#SurvivedAndPunished Twitter Discussion Thursday, Oct 22, 2015​
11am PT / 2pm ET

Everywhere!

Join us on twitter to discuss connections between prisons, policing, immigration enforcement, and gender violence, and organize more support for survivors of domestic and sexual violence who are behind bars or trapped within systems of punishment.

Use #SurvivedAndPunished and #DVAM2015
More memes HERE. Subscribe to the SurvivedAndPunished twitter list.

Facilitated by @freemarissanow, organized by @standwithnanhui, @womenprisoners, @loveprotectorg, and @freemarissanow
Filed under: General News

Justice for Rasmea! Support her Oct 14th Appeals Trial

Rasmea Odeh is a 67 year old Palestinian American community leader who was tortured by the Israeli government in 1969. On November 10, 2014 in front of supporters in the courtroom, Rasmea was found guilty of one count of Unlawful Procurement of Naturalization. Her appeals trial begins October 14, 2015 in Cincinnati.  Learn how to help here!

Chicagoans & All: everything you need to know about Rasmea’s appeal in Cincinnati

Stand with Rasmea and fill the appeals courthouse in Cincinnati!  Buses and carloads attending from Chicago; Ft. Wayne & Indianapolis, IN; Cleveland, Youngstown, Columbus & Cincinnati, OH; Florida; Milwaukee & Madison, WI; Grand Rapids, Flint, Dearborn & Detroit, MI; Minneapolis; and more!

Chicagoans:

  • Still a few spots left if you wanna GET ON THE BUS from Chicago for the appeal!
  • We’re only about $1,500 short of raising the money to pay for the two buses we’re taking from Chicago to Cincinnati.  Please help us reach the goal here!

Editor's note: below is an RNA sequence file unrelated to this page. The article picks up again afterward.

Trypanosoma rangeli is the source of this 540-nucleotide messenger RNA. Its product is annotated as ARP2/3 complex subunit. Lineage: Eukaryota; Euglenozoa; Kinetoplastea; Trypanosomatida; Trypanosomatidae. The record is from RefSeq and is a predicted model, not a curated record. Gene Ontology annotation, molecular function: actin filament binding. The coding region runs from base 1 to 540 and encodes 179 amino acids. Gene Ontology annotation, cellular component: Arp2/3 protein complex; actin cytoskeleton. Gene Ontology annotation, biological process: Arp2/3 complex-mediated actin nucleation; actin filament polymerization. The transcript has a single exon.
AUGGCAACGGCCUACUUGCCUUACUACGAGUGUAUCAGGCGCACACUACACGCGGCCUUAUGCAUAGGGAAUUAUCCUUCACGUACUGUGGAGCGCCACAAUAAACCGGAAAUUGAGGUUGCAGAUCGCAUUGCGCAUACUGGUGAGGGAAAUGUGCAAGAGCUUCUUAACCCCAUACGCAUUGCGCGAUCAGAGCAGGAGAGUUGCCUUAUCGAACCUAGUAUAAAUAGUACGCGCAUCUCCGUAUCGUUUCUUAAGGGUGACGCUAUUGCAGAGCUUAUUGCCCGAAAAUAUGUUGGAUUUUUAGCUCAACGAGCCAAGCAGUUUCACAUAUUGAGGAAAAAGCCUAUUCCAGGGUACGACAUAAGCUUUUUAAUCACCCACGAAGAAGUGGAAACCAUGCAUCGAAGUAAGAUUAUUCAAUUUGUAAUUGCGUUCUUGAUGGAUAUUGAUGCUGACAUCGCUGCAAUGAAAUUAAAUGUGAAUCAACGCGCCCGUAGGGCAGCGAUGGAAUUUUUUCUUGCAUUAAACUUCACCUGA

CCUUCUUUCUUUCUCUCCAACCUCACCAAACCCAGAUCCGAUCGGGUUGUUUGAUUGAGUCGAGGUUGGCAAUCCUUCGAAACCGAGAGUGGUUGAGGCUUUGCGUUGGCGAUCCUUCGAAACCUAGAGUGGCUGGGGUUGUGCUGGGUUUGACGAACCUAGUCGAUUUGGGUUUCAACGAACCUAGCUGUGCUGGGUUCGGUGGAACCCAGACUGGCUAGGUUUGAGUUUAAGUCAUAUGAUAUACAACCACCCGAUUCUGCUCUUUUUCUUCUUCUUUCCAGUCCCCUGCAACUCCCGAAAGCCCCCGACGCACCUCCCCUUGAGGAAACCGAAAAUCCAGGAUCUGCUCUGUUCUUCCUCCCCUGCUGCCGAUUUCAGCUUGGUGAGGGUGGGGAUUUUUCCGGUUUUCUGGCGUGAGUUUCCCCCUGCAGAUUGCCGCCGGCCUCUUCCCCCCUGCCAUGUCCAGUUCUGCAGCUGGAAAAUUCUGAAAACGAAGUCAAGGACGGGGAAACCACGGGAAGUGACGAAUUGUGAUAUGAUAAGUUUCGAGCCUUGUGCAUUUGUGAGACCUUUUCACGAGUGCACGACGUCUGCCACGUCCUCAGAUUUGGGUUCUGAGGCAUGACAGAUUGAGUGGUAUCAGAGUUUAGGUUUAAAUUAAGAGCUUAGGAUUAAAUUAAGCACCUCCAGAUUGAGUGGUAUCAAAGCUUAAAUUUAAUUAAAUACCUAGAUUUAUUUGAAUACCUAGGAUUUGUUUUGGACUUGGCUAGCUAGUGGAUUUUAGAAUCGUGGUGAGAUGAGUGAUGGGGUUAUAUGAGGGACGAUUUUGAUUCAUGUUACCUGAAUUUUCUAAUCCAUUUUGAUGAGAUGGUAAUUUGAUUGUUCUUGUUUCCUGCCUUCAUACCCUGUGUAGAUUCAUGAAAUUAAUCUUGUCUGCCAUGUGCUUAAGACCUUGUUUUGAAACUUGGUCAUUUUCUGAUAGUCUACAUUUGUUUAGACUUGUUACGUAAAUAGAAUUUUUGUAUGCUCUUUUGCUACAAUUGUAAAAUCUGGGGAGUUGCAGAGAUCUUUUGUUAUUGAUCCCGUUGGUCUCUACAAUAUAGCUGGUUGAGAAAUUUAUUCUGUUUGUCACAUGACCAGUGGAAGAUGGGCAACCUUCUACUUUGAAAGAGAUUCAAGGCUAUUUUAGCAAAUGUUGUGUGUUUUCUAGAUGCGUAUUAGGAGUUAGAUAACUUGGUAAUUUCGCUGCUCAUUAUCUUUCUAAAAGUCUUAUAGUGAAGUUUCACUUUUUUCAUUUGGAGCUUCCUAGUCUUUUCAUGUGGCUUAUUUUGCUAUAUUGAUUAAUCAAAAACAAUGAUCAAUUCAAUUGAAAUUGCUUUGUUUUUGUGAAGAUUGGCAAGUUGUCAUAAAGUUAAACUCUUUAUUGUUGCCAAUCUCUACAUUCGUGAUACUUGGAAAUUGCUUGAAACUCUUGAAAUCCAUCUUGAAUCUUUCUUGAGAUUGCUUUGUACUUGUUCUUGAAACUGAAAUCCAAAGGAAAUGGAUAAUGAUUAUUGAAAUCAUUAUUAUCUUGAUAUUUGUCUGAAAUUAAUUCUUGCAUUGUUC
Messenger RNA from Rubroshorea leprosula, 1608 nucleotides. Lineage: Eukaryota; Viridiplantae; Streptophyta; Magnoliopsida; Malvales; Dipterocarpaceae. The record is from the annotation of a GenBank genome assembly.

• We will be gathering at 10 PM the night before the appeal, Tuesday, October 13th, 2015, but you cannot just show upYou’ve gotta sign up first, and then you’ll be told where the pick up points are.
  • Those who are driving their own cars and can take others, or would like to carpool, should contact Joe Iosbaker (joeiosbaker@gmail.com) by Tuesday morning, October 13th, at the absolute latest.

As her defense attorneys have said since the beginning of this ordeal, “You [Rasmea’s supporters] provide public testimony when you rally outside the courthouse and then file in to fill the courtroom.  Public testimony of not only the power of Rasmea’s positive influence on her friends and colleagues, and the people she organizes, but public testimony also of the fact that she did not receive a fair trial and that there are people who are going to hold the system—prosecutors and judges—accountable.”

While in Cincinnati, we will organize a support rally in front of the courthouse at 8 AM EST on Wednesday, October 14, 2015, and then fill the courtroom immediately thereafter, as Rasmea’s defense and the prosecution each present their oral arguments to a three judge panel.

WHEN: Wednesday, October 14, 2015. Rally outside the courthouse at 8 AM EST.  Oral argument for the appeal starts at 9 AM EST. WHERE: U.S. Court of Appeals for the 6th Circuit
540 Potter Stewart U.S. Courthouse
100 E. 5th Street
Cincinnati, OH 45202

More here: http://uspcn.org/2015/10/12/chicagoans-all-everything-you-need-to-know-about-rasmeas-appeal-in-cincinnati/


Filed under: General News